What you say is obviously true. The author has described his own path in past blogs, but generally he focuses on what the public needs to do, and the outrages of some experts that advise otherwise (Part 1, for example). I recall the author’s past blogs involved months of time, but not formal training, and only exercise in the form of, “how far can I run, today?”.

My dad runs marathons and says that when he is training he could eat nothing but pasta for every meal and he would still lose weight. So it’s probably not good to associate the effect of diet without factoring in other aspects.


more than four years ago led to the loss of 60lbs

So he lost about 1 lb per month. You can achieve that by cutting out about 120 calories per day. No need to go crazy.


Apparently, running depletes your glycogen stores. But under more sedate situations, here is the question; is Soylent pushing glycogen stores beyond their limit, when it provokes an insulin response? If so, consuming in hours rather than minutes would seem the most direct the avoidance strategy. Comment?

Thank you for your response. From the original links, calorie math is purported to be far more intricate. For instance, cutting 120 calories of insoluble carbs has no impact. And the complications are far beyond that, as described in the links. But he maintains there is a cardinal rule, the subject of this post. That is the path to weight loss, that successful dieters, perhaps inadvertently, follow. But that is not the purpose of Soylent; good health is the goal. Does Soylent push up glycogen stores, with high glycemic carbohydrates? It would seem to be a border line “yes”, to that question.

I know this is anecdotal evidence but there have been a number of posts on this forum of people lowering their A1C and being able to be taken off of some of their diabetes medication. I don’t think this would happen if their glycogen stores where being kept full and overflowing.

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BTW, a third post was published today, tying the other two together. For those interested;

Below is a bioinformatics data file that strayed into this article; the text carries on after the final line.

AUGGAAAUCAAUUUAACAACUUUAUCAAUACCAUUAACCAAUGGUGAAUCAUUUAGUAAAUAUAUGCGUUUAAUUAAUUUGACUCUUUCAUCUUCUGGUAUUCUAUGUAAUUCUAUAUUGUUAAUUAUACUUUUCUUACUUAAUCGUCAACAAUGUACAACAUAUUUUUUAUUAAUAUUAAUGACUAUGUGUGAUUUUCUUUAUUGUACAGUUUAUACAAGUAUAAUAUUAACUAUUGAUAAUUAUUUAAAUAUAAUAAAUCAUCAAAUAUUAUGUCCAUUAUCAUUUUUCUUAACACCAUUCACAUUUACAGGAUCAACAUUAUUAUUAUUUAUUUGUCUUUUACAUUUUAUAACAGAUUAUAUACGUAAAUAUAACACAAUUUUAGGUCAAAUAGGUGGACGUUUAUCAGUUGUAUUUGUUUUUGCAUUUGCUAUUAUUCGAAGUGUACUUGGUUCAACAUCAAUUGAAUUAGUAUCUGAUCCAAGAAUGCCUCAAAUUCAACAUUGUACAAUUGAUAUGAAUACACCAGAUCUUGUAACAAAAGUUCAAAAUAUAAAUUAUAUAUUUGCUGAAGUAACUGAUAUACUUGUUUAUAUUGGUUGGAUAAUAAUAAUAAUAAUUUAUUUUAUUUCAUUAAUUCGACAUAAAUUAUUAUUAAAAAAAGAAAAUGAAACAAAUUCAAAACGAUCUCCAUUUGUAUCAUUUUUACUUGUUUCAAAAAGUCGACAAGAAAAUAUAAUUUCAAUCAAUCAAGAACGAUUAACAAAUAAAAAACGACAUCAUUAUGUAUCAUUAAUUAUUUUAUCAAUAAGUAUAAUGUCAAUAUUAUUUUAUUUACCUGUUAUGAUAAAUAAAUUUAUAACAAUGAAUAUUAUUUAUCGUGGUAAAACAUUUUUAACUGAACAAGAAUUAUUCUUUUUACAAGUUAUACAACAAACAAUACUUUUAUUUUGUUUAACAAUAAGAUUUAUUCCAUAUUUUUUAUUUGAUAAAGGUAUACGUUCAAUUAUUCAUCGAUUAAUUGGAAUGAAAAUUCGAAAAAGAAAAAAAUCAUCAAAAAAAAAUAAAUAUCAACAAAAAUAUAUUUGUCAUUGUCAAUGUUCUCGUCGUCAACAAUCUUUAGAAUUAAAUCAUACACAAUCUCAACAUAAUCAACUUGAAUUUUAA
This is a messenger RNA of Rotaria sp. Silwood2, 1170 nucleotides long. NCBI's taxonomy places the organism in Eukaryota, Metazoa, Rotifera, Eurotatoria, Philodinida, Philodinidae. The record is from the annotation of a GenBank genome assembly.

The “commandment” was refined, "Thou shalt not completely fill thy glycogen reserves."
From the details, it is again claimed that carbs formulated for easy consumption are problematic. IMHO, it seems that Soylent needs to loose the easy carbs, or go to a solid form that effectively offers “time release”. In the meantime, I am still left with @atheist4thecause solution, drink very, very slowly, or small amounts over time.
Any other suggestions?

You don’t digest incrementally, you digest in batches. Your stomach fills up and then to a certain point, pre-processes the food with digestive juices, then releases it into the intestines in one big go. The point of this is that sipping is not going to have a noticeable impact, except psychologically in terms of hunger management. Soylent 2.0 isn’t sweet enough to trigger any major insulin response. In a healthy adult, sipping isn’t going to do you a lot of good vs just chugging it down, unless you’re talking sipping constantly throughout the day, little portions every 10 minutes or so.

Kimo, isomaltulose isn’t “easy carbs,” because chemistry. The carbs in Soylent are “time release”, again because chemistry.


Here’s the real cardinal rule. Cut calories. In the end, that’s all he’s doing.